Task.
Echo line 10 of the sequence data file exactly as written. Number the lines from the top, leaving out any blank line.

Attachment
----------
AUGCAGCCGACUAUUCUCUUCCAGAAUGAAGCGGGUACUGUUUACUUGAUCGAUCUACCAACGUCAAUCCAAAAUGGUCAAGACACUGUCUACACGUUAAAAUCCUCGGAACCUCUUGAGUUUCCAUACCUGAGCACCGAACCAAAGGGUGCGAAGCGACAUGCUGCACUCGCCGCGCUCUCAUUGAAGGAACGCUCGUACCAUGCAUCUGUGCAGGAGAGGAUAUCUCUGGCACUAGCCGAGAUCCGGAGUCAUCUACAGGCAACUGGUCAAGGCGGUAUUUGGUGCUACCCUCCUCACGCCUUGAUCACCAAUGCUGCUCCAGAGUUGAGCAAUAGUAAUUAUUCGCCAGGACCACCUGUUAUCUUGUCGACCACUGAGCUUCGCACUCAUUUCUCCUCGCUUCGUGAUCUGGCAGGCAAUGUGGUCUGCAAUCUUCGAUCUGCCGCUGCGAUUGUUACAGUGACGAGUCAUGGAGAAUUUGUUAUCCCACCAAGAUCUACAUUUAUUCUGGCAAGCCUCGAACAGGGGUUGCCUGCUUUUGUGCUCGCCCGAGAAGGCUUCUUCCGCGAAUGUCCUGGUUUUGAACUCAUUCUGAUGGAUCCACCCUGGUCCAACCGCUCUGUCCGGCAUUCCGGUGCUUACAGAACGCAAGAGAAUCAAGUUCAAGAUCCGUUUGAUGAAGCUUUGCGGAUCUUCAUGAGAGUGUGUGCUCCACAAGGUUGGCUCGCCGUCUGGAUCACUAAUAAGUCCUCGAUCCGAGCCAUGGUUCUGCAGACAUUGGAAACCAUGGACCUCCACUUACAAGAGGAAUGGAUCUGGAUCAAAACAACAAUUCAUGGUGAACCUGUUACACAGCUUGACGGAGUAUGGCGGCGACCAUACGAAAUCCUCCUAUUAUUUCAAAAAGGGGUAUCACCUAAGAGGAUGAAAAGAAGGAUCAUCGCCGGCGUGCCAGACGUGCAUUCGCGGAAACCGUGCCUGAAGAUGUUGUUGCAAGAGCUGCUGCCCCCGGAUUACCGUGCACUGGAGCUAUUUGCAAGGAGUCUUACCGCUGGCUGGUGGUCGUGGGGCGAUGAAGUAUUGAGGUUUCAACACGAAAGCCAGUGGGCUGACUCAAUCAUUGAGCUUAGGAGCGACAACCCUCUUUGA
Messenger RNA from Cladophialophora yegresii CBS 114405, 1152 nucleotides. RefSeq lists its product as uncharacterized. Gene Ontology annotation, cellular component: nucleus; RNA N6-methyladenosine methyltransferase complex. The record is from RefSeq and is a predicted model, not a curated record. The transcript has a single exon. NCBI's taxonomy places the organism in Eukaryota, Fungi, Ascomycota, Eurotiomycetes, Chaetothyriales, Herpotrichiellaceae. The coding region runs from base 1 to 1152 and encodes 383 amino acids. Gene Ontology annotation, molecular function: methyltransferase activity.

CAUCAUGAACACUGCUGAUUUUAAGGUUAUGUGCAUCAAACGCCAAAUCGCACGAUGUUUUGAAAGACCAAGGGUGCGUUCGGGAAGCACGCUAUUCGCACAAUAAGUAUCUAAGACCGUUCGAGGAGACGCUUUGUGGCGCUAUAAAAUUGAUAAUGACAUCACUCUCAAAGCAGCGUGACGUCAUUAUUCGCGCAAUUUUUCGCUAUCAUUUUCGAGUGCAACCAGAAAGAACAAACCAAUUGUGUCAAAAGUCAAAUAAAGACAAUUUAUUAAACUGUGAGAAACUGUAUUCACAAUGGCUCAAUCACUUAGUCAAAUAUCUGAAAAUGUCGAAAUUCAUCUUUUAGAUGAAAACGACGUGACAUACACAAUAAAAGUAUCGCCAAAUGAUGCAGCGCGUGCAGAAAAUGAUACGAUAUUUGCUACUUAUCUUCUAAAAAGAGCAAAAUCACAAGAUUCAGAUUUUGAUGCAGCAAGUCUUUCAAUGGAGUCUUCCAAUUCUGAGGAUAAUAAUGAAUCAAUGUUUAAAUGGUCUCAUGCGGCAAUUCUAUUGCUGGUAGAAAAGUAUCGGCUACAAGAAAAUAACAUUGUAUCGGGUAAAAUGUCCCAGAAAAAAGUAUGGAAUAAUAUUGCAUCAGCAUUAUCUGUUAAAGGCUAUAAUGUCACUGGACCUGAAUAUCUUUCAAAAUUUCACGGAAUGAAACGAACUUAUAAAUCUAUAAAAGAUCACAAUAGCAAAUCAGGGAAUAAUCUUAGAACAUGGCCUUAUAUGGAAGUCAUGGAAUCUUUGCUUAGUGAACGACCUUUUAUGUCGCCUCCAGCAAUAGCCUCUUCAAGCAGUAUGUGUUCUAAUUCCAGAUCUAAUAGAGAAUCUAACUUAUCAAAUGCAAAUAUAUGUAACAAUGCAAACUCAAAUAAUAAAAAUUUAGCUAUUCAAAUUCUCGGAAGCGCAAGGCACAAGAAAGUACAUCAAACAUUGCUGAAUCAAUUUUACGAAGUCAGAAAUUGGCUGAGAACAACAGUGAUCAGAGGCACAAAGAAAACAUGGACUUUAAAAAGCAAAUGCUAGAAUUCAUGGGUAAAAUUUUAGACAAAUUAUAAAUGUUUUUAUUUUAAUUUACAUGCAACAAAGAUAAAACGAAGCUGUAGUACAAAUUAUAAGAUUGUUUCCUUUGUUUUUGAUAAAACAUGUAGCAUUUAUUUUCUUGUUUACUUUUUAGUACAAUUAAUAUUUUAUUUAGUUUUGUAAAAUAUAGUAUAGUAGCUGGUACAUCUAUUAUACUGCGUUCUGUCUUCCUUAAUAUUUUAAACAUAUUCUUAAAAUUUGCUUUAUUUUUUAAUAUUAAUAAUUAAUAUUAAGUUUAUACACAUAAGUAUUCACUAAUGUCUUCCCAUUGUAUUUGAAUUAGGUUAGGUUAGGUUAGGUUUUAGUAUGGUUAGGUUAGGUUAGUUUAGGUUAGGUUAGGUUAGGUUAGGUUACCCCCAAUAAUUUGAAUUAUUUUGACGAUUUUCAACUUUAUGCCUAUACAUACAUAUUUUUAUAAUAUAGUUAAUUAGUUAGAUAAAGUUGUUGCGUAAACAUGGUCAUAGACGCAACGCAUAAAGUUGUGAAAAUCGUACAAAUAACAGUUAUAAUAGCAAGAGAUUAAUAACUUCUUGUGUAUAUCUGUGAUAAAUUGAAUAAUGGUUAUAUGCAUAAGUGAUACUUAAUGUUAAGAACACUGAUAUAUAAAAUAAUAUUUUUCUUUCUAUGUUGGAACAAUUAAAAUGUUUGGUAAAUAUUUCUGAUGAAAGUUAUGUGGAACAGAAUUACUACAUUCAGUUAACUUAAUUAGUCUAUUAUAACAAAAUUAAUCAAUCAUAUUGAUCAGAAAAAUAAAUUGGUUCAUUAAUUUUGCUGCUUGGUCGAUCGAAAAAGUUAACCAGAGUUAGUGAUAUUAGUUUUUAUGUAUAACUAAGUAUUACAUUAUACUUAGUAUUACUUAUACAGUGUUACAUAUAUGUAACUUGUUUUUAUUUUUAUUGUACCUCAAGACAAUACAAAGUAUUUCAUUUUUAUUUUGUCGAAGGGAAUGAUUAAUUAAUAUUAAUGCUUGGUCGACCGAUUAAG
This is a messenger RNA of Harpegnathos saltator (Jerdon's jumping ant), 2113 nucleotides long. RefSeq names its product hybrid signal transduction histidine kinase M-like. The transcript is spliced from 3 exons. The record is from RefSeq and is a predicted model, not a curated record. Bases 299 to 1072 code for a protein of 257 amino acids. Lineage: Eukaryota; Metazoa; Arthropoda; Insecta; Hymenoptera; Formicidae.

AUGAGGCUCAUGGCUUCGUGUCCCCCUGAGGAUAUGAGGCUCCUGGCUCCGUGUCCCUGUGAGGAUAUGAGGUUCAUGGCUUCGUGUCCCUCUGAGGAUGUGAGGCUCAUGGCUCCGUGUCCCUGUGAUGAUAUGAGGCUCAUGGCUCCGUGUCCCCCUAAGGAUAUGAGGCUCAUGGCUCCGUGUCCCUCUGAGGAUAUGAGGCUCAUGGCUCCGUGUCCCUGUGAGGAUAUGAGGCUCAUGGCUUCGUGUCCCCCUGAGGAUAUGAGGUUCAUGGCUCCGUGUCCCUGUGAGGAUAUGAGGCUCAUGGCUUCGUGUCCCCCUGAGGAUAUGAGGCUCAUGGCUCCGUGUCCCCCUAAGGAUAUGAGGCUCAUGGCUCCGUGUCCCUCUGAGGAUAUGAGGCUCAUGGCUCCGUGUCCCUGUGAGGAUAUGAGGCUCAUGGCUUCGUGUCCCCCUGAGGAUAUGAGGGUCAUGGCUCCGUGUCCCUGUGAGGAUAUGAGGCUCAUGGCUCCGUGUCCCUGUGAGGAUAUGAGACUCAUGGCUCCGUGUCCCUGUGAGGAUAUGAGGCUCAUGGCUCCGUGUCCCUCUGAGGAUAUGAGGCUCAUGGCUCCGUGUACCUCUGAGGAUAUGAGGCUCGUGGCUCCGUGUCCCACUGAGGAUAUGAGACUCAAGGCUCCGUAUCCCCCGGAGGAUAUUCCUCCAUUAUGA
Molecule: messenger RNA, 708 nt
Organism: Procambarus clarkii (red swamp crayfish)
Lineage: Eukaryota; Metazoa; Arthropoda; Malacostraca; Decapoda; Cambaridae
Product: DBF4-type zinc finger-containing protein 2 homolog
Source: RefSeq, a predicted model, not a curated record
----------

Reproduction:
Source: RefSeq, a predicted model, not a curated record